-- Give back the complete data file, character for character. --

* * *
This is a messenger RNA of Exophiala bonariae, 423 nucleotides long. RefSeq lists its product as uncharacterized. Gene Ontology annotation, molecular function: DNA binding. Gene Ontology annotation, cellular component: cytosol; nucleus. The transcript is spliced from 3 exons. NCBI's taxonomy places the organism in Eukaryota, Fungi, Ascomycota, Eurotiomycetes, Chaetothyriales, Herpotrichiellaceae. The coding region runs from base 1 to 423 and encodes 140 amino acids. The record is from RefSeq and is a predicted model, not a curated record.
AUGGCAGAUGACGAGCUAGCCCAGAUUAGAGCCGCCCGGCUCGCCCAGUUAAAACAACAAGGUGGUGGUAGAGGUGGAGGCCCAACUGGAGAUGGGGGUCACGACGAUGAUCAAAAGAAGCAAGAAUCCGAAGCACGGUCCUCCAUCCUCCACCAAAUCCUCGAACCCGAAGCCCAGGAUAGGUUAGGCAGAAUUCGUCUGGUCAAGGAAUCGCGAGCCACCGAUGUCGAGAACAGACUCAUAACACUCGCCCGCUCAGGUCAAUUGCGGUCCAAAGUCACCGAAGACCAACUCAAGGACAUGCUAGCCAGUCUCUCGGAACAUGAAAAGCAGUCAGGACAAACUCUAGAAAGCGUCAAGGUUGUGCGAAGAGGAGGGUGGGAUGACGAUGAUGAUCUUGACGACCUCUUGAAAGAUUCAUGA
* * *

This is a messenger RNA of Exophiala bonariae, 423 nucleotides long. RefSeq lists its product as uncharacterized. Gene Ontology annotation, molecular function: DNA binding. Gene Ontology annotation, cellular component: cytosol; nucleus. The transcript is spliced from 3 exons. NCBI's taxonomy places the organism in Eukaryota, Fungi, Ascomycota, Eurotiomycetes, Chaetothyriales, Herpotrichiellaceae. The coding region runs from base 1 to 423 and encodes 140 amino acids. The record is from RefSeq and is a predicted model, not a curated record.
AUGGCAGAUGACGAGCUAGCCCAGAUUAGAGCCGCCCGGCUCGCCCAGUUAAAACAACAAGGUGGUGGUAGAGGUGGAGGCCCAACUGGAGAUGGGGGUCACGACGAUGAUCAAAAGAAGCAAGAAUCCGAAGCACGGUCCUCCAUCCUCCACCAAAUCCUCGAACCCGAAGCCCAGGAUAGGUUAGGCAGAAUUCGUCUGGUCAAGGAAUCGCGAGCCACCGAUGUCGAGAACAGACUCAUAACACUCGCCCGCUCAGGUCAAUUGCGGUCCAAAGUCACCGAAGACCAACUCAAGGACAUGCUAGCCAGUCUCUCGGAACAUGAAAAGCAGUCAGGACAAACUCUAGAAAGCGUCAAGGUUGUGCGAAGAGGAGGGUGGGAUGACGAUGAUGAUCUUGACGACCUCUUGAAAGAUUCAUGA